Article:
Journal

March 2015 saw the online publication of the Our Criminal Past special issue of Law, Crime and History.

We are indebted to the authors for their contributions, and to Kim Stevenson and Judith Rowbotham for their support of the network.

Law, Crime and History, Volume 5, Issue 1 (2015), Special Edition: Our Criminal Past – Caring for the Future

Guest Editors: Heather Shore and Helen Johnston

 

Contents:

Preface: Barry Godfrey, pp.1-4

Introduction: Heather Shore and Helen Johnston, ‘Thinking about the Future of Our Criminal Past’, pp.5-11

Digital Histories of Crime

Sharon Howard, ‘Bloody Code: Reflecting on a Decade of the Old Bailey Online and the Digital Futures of Our Criminal Past’, pp.12-24

Hamish Maxwell Stewart, Matthew Cracknell, and Kris Inwood, ‘Height, Crime and Colonial History’, pp.25-42

Blogging Crime Histories

Lucy Williams, ‘Writing Wayward Women: Why Blog the History of Victorian England’s Female Offenders?’ pp.43-53

Helen Rogers, ‘Blogging Our Criminal Past: Social Media, Public Engagement and Creative History’, pp.54-76

Teaching Digital History

Zoe Alker, ‘The Digital Classroom: New Social Media and Teaching Victorian Crime’, pp.77-92

Andrew Davies, Mark Peel and Laura Balderstone, ‘Digital Histories of Crime and Research-Based Teaching and Learning’, pp.93-104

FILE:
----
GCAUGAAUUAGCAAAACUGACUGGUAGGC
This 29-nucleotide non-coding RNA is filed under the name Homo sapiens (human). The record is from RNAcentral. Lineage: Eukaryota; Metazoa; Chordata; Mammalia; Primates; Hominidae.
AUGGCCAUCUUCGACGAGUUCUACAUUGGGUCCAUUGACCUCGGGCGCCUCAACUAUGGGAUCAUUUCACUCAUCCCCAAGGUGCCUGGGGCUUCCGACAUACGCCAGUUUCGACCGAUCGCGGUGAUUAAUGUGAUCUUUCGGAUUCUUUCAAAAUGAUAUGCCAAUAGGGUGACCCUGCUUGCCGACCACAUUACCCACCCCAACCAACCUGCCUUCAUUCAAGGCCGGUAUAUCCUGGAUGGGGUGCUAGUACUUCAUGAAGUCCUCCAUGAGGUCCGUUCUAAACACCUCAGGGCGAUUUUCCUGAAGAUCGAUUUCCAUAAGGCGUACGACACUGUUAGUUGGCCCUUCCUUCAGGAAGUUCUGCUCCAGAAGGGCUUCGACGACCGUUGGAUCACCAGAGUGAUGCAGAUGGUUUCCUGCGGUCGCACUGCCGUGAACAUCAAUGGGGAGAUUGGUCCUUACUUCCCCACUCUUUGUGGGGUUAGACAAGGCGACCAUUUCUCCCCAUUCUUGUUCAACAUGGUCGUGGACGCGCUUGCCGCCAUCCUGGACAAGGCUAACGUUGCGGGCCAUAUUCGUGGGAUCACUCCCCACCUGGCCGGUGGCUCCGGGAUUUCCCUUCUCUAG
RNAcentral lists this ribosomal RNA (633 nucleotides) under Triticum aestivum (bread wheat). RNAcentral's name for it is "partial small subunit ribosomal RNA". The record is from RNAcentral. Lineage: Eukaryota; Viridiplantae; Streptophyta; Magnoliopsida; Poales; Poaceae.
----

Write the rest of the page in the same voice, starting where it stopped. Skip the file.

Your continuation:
Presenting Crime and Policing Histories

Beth Wilburn, ‘Narrating ‘Our Criminal Past’ at Greater Manchester Police Museum and Archives in the Context of the UK Government Funded Tackling Knives Action Programme (TKAP) 2009-2011’, pp.105-116

Dorian Knight, ‘On the Beat: Stories from 1914-1918: A Fresh Approach to interpreting Crime History at Bishop’s Stortford Museum’, pp.117-129

Debate and Discussion

Richard W. Ireland, ‘Why Everything We Know About Criminal Justice History is Wrong’, pp.130-142

Book Reviews

David J. Cox, ‘An Eye For An Eye: A Global History of Crime and Punishment’, pp.143-144

Judith Rowbotham, ‘Sex, Crime and Literature in Victorian England’, pp.145-148

Dean Wilson, Policing Twentieth Century Ireland: A History of An Garda Síochána, pp.149-151

Law, Crime & History

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The recording of our recent Wilberforce Institute Debate - 'Not Made By Slaves' - is now available through our channel if you missed it. Hosted jointly with @FreetownSociety and the @UniOfHull, it discusses the recent monograph by @BronwenEverill. Click ➡️ https://attendee.gotowebinar.com/recording/6211628678705217026

Half the tickets are sold already! If you want to join me making embroidered images, please book soon. https://twitter.com/CriminalQuilts/status/1305902239630921728

The 1916 leader Eamon Ceannt was born on this day, 21 September, 1881. He was very active in the Gaelic revival and played the uillean pipes. When performing he sometimes wore a traditional Irish costume which included a sporran, now in the Kilmainham Gaol collection.

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